Published: 00:00, 26 August 2014
| Updated: 09:39, 26 August 2014
Exams results for thousands of students across the UK varied more this summer than in recent years and it has prompted Andy Somers, chair of Thanet Headteachers, to call for a fixed seven-year timescale to be set without any alterations of exam criteria
Mr Somers, who is executive principal at Hartsdown Academy in Margate and Thanet Skills Studio, said: “This will allow a generation of children from Year 7 through to the end of Year 13 to have a clear educational journey with clear assessment structures and outcomes.”
Ofqual have warned teachers that there are likely to be more variations this year in the results and Mr Somers said: “I believe that comparisons with previous year’s results are void as there have been so many changes in the construction of GCSE exams and their assessment.
“Ofqual warned of a big drop in results due to the changes that the government initiated. Exam boards have been given the task of setting the grade criteria so it’s a lottery and it all depends on that final exam.
“I’m concerned at the lack of initiative now for schools to offer vocational courses. These have all been good for our students alongside more academic subjects and a real measure for us at Hartsdown is that most of our students go onto college, university or employment.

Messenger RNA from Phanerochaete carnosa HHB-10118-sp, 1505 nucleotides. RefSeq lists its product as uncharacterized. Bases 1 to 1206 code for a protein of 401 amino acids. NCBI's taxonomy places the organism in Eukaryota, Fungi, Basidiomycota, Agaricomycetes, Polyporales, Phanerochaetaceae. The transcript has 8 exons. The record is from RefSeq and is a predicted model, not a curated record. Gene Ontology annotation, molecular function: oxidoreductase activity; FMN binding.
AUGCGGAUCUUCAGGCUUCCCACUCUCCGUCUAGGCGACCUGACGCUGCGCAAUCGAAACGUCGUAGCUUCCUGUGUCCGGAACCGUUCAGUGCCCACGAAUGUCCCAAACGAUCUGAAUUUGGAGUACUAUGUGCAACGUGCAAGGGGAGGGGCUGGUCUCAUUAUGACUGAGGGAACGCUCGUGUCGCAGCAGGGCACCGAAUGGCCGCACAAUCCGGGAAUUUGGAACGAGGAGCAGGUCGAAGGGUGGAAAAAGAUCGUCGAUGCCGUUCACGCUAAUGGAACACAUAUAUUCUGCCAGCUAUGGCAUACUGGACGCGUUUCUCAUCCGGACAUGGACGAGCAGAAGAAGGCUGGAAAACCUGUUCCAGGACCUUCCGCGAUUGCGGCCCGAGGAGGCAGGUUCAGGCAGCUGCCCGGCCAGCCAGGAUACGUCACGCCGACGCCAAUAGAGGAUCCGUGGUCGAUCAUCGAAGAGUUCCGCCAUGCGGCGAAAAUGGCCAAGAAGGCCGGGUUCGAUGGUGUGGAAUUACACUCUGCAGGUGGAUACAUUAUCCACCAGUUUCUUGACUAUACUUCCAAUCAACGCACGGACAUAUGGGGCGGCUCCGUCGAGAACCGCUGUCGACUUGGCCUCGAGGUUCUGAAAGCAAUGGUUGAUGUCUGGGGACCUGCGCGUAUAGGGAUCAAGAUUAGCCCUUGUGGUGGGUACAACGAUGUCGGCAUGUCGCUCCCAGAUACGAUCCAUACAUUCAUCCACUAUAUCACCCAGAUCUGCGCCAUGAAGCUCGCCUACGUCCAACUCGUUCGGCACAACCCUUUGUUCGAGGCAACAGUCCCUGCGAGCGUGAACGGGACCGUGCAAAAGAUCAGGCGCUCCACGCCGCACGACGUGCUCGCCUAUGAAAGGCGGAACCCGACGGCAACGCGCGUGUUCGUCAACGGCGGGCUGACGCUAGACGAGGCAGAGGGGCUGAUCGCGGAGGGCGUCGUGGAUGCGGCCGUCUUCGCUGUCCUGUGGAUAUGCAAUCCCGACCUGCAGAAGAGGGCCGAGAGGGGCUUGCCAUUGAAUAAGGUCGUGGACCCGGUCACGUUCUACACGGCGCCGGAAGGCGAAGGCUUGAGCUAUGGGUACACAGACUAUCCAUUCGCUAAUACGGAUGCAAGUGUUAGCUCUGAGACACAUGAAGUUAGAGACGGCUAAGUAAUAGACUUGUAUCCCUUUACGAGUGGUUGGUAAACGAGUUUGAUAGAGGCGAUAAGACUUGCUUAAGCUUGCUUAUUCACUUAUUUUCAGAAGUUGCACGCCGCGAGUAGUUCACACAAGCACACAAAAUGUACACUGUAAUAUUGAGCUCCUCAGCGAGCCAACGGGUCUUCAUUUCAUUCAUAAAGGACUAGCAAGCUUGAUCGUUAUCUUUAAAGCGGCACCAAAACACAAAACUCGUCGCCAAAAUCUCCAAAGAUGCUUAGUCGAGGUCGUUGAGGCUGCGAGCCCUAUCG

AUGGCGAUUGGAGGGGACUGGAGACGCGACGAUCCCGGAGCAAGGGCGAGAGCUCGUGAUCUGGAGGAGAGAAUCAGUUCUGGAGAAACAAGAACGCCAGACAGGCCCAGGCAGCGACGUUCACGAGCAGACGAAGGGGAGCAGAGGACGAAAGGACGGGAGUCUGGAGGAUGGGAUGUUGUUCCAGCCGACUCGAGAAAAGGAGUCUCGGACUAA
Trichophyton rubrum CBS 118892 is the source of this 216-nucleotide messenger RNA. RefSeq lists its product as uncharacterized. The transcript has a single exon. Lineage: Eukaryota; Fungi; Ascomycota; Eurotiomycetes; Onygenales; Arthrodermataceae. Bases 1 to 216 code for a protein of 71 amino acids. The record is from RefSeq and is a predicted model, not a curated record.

“I am concerned that once again we have another generation of students being used as guinea pigs for yet more changes in the exam system.”
Mr Somers, who is also chair of the Pupil Referral Unit management committee and a director on the Church of England Diocesan Coastal Academies Trust, predicts that the only true assessment of how well each school has done will be through the progress each child has made.
But he warned: “Even that will be sketchy due to different practice in each school when comparing each individual school against each other.”
In an open letter to teachers Ofqual Chief Regulator Glenys Stacey says: “The changes to GCSEs and A levels this summer have also changed the nature of the summer cohort. The move to a linear approach to GCSEs, with exams at the end of the course rather than in modules throughout, means that, for example, there are many more students entering GCSE mathematics this summer than last summer.
“In recent years, many of these students would have taken mathematics in January or March. And the fact that only the first attempt at a GCSE counts for performance tables will mean some schools will have changed their entry patterns still further.
“Schools that have made significant changes to their entry patterns are likely to see more variation in their results than others. This also means that comparisons between the national picture of results in 2013 and 2014 should be approached with caution, as you will not be comparing like with like.
“Collectively these changes in the student mix are likely to result in a little more variability than usual, school by school. When qualifications change we would expect individual school results to be more variable, because the changes will have different impacts in different schools and in different subjects.”
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